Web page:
Leukemia rashes can vary in appearance, depending on what's causing them. The disease itself can cause a leukemia rash, says MD Anderson Cancer Center, but so can some cancer treatments and other infections.

A leukemia rash might look like:

  • petechiae, which are tiny, pinprick-sized dots that are usually red or brown
  • tender nodules that are red, gray, or bluish in color
  • nodules or lesions that are violet-colored

People often wonder where a leukemia rash appears, and the truth is that it can crop up anywhere on your body, including your arms, legs, torso, face, or neck, per the National Organization for Rare Disorders (NORD). That's just one of many reasons why other skin issues can be confused for a leukemia rash, even when you don't have cancer.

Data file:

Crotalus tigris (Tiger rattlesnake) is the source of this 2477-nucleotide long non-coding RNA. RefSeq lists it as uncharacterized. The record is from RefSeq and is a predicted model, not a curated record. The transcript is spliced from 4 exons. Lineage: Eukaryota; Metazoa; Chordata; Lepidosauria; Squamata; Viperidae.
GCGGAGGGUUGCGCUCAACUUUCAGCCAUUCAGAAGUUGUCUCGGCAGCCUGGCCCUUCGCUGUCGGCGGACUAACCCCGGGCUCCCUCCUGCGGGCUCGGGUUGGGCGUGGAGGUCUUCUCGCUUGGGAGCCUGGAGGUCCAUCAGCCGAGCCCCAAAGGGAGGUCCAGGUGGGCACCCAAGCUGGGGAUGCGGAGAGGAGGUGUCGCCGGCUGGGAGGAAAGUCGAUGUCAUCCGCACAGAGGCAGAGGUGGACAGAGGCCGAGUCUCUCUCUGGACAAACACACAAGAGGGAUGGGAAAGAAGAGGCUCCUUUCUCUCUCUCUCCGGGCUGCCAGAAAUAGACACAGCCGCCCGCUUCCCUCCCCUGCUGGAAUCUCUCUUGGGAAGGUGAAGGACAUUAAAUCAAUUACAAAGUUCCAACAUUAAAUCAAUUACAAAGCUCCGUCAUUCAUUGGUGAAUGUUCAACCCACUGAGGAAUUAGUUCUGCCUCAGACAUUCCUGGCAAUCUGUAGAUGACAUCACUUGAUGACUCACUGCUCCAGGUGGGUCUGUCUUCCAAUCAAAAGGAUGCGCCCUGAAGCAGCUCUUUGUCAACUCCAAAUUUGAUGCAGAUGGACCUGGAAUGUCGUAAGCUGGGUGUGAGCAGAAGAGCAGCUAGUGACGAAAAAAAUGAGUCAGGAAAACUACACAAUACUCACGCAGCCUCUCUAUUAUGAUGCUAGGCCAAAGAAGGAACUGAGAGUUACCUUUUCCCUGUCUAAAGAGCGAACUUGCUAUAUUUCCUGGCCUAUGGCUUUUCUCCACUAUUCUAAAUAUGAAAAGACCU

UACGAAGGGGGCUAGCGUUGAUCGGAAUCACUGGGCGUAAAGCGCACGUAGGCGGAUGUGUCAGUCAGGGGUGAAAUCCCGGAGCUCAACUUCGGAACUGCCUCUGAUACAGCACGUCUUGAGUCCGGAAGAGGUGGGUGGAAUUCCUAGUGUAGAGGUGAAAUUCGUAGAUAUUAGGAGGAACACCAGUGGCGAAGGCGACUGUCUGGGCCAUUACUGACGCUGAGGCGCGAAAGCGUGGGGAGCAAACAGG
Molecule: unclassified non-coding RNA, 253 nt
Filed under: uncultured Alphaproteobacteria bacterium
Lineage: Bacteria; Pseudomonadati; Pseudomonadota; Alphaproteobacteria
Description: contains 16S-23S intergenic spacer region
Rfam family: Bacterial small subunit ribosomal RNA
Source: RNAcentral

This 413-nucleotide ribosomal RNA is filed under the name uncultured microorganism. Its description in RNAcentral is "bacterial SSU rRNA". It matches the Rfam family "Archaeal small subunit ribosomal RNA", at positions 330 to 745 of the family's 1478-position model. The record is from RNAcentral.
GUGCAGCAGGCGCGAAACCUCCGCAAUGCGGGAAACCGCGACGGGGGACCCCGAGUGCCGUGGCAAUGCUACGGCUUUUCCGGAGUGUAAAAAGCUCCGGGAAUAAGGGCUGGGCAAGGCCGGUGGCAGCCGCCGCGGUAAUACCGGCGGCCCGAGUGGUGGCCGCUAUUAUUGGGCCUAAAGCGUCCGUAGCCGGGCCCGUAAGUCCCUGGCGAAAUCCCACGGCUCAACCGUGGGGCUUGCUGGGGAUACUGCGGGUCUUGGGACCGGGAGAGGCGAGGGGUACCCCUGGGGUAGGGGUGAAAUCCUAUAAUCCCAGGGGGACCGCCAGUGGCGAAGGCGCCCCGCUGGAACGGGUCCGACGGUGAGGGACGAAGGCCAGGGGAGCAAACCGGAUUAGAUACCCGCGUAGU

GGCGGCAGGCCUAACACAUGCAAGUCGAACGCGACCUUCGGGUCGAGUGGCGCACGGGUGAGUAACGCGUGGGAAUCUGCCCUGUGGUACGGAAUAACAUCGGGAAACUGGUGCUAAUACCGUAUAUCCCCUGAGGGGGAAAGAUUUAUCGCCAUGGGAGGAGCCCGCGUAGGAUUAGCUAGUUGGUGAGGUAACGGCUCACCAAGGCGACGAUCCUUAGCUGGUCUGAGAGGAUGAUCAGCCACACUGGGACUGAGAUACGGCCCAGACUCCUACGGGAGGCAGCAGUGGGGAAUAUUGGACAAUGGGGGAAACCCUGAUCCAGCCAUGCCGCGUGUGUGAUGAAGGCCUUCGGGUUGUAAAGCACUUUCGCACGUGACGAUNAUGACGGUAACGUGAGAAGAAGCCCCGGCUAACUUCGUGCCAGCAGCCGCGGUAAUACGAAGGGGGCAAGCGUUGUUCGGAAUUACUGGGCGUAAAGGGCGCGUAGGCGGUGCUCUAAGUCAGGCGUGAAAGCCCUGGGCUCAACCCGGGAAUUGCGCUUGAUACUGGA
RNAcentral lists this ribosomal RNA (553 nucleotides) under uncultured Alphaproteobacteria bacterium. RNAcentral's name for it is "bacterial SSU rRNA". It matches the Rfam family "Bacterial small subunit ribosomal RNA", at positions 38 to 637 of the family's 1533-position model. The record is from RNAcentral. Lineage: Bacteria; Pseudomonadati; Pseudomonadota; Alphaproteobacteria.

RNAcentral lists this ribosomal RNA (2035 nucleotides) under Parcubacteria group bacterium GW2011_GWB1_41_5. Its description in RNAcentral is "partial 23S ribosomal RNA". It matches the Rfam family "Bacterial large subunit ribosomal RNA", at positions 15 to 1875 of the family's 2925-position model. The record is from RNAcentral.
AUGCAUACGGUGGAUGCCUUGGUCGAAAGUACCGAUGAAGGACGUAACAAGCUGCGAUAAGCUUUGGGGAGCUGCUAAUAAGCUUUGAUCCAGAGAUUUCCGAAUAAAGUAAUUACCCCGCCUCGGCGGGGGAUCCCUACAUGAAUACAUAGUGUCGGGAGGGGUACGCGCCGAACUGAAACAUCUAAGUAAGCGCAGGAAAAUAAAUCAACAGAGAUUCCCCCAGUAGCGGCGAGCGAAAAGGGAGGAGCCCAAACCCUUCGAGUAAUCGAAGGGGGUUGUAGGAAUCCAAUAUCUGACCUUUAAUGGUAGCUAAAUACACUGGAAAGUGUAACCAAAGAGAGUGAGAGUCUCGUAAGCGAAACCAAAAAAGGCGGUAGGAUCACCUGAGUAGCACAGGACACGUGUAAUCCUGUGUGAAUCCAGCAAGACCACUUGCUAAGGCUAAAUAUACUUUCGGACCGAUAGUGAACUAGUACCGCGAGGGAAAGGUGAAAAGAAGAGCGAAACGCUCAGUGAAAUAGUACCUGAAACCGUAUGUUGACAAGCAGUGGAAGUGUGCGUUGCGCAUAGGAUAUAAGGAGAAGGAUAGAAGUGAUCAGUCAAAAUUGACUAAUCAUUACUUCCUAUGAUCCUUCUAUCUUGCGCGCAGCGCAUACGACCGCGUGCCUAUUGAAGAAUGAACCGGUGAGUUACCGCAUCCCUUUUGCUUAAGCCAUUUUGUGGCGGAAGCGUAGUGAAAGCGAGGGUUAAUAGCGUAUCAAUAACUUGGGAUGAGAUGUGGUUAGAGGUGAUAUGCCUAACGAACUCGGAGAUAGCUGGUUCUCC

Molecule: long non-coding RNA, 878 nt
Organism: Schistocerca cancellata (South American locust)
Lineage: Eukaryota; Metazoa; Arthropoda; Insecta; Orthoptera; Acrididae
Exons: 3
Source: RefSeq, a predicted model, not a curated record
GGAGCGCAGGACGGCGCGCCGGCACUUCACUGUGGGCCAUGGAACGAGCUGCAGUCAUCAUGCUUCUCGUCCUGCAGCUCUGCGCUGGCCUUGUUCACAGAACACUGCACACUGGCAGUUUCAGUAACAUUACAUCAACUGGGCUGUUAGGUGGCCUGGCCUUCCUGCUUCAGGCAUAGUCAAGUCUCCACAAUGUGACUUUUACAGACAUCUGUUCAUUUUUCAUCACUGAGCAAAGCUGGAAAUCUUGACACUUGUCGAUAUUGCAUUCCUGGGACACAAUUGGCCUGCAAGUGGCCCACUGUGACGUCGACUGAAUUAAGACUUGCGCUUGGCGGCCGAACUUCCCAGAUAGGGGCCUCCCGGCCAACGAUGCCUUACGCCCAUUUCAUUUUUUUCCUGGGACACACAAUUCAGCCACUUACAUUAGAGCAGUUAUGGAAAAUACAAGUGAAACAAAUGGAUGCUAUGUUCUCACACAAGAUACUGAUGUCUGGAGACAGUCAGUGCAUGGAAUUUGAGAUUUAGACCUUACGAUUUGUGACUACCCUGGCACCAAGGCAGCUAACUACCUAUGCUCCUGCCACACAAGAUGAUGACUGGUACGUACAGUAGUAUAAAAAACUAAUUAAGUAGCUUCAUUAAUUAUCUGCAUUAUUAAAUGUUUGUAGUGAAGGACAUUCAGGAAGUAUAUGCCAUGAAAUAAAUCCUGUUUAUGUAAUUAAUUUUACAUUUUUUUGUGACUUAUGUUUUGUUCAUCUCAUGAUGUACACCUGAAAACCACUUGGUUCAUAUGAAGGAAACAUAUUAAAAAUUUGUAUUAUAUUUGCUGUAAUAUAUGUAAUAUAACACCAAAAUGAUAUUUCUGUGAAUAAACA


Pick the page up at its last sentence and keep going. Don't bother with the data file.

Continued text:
Leukemia rash pictures

When leukemia cells enter the skin, asymptomatic lesions can appear, says DermNet NZ. The rashes that people develop can vary widely in their appearance, from tiny spots to large nodules.

These images depict a couple of ways that leukemia rashes can present.

leukaemia-cutis
DermNetNZ.org
leukaemia-cutis2__WatermarkedWyJXYXRlcm1hcmtlZCJd
DermNetNZ.org

Why does leukemia cause a rash?

The cause of leukemia rashes isn't always clear, but it can be one manifestation of the disease, says Dr. Samaniego. The most likely explanation for a leukemia rash ties back to the underlying problem in this type of blood cancer, which is an overproduction of abnormal white blood cells.